Kmart Corp.'s plight worsened Monday when its sole grocery supplier suspended shipments to the troubled retailer after Kmart failed to make a regular weekly payment for deliveries of food and other goods.

Fleming Cos., a major U.S. distributor of grocery products, said it stopped shipments to all Kmart stores except for certain perishable food products that were already in transit.

Scotts Co., a maker of lawn and garden products, also said it had halted shipments to Kmart, the No. 2 U.S. discount retailer behind Wal-Mart Stores Inc.

Kmart's liquidity is being scrutinized by Wall Street amid concern that the company may be forced to file for bankruptcy. Kmart shares fell to 30-year lows last week but rose slightly to close at $1.74 on Friday on the New York Stock Exchange.

Kenneth Harris, a partner with food and retail consulting firm Cannondale Associates, said of Fleming's decision, "It's a big deal. It just turns up the heat on the whole process."

He added, "Fleming is much closer to the pulse of the business and they're also getting paid a lot more regularly than manufacturers. Fleming is going to be much more in tune and feel the pain of not getting paid a lot faster."

Fleming said it has submitted to Kmart a notice of failure to pay and is seeking to reclaim $78 million worth of goods already shipped but not paid for.

"Fleming is working with Kmart as they navigate through their current financial problems and we intend to resume delivery of food and other consumable products to Kmart upon receiving satisfactory assurance of Kmart's performance," Neal Rider, Fleming's executive vice-president and chief financial officer, said in a statement. "We are also taking the appropriate steps to protect Fleming's interest."

Kmart Chief Executive Charles Conaway said in a statement, "We look forward to resuming our critical business relationship with Fleming once we work through these financial issues and are able to provide Fleming with adequate assurance of payment."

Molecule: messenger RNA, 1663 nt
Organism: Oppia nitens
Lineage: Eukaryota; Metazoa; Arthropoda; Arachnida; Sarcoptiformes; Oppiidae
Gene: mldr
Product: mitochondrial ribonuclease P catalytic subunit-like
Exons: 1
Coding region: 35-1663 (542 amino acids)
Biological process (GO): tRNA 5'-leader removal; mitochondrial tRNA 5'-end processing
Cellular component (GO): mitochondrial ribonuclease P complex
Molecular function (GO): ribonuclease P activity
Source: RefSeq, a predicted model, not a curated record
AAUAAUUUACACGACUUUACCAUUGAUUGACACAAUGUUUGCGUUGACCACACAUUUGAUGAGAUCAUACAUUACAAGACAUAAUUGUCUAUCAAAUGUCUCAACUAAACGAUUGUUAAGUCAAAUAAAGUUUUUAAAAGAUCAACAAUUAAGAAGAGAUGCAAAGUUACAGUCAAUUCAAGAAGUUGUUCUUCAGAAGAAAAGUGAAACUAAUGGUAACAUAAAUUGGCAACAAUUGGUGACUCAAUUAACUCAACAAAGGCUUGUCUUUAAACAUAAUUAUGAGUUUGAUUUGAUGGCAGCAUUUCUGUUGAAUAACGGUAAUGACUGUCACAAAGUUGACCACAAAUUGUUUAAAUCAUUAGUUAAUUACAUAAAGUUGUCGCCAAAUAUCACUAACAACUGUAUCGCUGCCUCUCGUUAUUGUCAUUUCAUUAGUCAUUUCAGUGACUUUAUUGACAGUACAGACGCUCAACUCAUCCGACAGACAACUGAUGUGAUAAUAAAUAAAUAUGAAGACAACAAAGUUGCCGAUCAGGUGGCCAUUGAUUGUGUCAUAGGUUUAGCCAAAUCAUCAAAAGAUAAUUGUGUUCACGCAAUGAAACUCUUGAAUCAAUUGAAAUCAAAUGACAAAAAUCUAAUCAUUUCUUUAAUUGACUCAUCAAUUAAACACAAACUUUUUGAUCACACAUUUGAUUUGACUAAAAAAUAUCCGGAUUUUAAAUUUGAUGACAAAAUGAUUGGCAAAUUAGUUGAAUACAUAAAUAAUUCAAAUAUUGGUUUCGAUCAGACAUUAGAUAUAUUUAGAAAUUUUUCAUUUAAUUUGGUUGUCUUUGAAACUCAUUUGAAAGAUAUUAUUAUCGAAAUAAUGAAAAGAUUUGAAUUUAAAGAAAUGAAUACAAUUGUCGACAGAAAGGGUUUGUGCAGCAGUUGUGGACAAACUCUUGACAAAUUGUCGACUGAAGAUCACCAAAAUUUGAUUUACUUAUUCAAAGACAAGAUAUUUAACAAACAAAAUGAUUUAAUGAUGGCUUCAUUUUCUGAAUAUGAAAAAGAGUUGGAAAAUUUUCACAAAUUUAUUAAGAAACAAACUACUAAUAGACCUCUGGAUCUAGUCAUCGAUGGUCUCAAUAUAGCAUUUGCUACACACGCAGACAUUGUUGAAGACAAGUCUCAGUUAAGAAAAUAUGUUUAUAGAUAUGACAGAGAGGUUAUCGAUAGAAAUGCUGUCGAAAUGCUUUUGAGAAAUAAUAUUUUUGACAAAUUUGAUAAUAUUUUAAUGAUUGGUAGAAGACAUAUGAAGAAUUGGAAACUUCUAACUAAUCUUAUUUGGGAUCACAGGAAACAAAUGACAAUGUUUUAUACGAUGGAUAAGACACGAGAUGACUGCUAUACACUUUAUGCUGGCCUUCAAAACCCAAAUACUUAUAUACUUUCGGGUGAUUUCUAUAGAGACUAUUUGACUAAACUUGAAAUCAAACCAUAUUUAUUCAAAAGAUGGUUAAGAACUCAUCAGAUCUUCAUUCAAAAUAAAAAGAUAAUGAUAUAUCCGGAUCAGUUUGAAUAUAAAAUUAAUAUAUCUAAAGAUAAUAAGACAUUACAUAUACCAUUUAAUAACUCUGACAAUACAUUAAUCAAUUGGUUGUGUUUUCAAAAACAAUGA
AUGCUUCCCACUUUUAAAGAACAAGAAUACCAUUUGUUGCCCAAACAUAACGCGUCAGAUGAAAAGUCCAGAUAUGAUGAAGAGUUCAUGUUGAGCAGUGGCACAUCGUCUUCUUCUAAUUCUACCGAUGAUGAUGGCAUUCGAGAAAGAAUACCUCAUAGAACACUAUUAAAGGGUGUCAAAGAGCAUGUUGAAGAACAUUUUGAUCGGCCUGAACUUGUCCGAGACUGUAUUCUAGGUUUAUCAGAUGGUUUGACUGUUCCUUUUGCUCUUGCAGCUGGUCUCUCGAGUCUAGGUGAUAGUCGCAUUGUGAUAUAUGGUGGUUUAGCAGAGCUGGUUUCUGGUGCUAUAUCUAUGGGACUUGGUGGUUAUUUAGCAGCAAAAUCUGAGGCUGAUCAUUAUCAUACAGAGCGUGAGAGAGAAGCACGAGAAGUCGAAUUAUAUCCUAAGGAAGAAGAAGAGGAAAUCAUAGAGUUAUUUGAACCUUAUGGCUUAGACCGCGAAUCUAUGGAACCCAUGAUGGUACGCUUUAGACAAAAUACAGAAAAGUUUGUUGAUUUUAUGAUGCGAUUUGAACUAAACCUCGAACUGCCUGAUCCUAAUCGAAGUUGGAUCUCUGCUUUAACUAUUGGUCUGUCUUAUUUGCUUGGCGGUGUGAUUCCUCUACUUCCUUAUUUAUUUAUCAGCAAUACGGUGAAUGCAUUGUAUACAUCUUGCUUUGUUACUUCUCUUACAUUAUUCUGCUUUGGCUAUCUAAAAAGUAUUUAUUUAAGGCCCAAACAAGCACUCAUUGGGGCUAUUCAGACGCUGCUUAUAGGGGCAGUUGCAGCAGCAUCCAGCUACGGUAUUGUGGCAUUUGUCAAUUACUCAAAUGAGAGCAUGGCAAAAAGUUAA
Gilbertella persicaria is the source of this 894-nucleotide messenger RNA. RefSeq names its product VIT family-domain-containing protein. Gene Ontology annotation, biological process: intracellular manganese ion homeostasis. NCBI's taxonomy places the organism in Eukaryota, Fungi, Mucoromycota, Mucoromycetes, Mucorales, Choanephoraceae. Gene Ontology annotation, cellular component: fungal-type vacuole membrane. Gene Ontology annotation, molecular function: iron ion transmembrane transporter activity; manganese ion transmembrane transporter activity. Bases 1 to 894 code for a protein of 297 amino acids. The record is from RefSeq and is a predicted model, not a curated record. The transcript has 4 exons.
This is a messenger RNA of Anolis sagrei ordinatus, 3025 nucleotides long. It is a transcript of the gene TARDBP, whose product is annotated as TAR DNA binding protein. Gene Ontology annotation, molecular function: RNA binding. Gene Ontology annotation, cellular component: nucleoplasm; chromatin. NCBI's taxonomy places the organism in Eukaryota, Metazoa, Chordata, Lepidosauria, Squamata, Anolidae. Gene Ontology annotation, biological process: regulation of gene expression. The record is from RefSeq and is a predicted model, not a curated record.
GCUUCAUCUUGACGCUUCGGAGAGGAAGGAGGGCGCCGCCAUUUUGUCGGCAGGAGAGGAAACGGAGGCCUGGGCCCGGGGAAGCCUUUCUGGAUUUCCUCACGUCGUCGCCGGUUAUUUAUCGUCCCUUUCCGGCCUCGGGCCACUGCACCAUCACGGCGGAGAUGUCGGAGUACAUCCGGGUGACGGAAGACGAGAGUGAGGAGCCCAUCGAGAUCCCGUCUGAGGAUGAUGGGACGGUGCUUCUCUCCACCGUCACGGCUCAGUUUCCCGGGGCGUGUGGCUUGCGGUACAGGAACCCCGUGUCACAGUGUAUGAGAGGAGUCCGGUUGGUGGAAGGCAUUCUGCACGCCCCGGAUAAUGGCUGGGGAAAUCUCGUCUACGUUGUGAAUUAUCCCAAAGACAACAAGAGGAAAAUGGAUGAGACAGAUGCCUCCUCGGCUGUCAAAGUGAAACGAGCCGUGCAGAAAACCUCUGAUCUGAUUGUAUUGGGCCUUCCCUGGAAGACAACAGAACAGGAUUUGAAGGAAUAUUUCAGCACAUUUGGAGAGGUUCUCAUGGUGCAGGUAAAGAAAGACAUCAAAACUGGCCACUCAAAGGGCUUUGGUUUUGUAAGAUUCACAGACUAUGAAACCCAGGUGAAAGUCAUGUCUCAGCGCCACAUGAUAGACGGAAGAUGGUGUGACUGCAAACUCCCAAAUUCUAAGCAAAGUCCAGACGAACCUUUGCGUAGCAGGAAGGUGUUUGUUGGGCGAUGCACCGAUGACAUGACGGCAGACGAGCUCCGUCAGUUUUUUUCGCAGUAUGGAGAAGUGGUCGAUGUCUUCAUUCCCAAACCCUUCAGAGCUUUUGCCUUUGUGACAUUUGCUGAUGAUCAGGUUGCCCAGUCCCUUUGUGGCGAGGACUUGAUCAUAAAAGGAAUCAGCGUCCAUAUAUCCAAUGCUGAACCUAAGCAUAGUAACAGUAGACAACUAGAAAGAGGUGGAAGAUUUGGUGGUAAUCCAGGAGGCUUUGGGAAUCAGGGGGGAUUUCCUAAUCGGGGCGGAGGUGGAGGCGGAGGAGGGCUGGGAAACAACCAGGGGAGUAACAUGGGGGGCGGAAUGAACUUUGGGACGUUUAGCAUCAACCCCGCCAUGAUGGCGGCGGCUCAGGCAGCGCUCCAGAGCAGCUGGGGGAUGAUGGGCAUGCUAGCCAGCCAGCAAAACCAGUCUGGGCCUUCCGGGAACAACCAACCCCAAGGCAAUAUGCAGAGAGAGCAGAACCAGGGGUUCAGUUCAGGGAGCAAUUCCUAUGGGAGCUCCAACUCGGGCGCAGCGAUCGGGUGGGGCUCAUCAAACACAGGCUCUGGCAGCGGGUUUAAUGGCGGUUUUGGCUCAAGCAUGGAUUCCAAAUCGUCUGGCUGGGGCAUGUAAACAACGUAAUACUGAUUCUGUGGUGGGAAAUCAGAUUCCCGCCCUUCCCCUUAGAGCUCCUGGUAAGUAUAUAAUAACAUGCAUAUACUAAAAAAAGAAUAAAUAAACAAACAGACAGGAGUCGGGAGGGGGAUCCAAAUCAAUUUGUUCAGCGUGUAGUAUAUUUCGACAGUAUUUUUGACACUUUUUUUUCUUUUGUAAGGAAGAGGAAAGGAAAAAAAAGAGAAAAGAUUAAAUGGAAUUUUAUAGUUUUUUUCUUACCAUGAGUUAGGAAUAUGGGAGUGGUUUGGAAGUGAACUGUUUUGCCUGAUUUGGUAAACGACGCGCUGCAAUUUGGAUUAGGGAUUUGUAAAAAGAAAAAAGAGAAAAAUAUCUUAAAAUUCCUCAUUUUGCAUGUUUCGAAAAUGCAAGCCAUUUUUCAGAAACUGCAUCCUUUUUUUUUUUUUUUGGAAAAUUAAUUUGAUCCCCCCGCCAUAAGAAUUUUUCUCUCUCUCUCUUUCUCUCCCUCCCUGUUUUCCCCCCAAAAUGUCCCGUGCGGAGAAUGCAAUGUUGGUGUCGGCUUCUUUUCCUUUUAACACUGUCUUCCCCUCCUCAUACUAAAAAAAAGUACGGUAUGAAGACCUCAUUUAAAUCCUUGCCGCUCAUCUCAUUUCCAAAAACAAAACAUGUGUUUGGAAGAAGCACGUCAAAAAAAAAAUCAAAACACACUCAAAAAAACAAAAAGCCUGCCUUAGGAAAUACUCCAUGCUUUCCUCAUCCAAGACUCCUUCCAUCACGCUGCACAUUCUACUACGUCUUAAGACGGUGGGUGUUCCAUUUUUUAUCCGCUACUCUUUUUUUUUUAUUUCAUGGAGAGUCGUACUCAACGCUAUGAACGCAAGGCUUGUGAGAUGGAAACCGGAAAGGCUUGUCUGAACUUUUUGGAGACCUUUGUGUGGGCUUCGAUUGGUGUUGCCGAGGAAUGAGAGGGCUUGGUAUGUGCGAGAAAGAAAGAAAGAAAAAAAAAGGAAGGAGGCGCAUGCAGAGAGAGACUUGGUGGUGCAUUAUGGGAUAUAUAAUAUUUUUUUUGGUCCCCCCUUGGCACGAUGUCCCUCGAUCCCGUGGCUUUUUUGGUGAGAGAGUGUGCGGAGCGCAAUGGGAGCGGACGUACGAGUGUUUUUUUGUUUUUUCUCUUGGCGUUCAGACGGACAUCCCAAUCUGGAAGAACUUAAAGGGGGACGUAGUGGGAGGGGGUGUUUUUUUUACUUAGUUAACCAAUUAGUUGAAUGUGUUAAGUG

A representative for Troy, Michigan-based Kmart could not provide further details.

SUPPLIERS TAKE TOUGH LINE

Dallas-based Fleming, which did not update its earnings guidance, said its seven-day payment terms for shipments to Kmart, along with its reclamation claim, put the company in a strong position to recover its receivables.

It also said it was working on a so-called "restart plan" that will eventually allow Kmart stores to be replenished.

Fleming began a 10-year exclusive-supplier relationship with Kmart in July, winning a big piece of business from its main U.S. competitor, Minneapolis-based Supervalu Inc .

Jim King, a spokesman for Marysville, Ohio-based Scotts, on Monday told Reuters that his company had ceased shipments to Kmart. He said January shipments are typically low for garden products, a seasonal business that picks up again in March.

"We have right now made the decision not to make any shipments to Kmart," King said. "However, this is not the period of the year in which it would be an extremely busy shipping season for us."

Kmart shares tumbled last week after the retailer disclosed that it was in talks with its lenders about additional financing and was reviewing its liquidity position.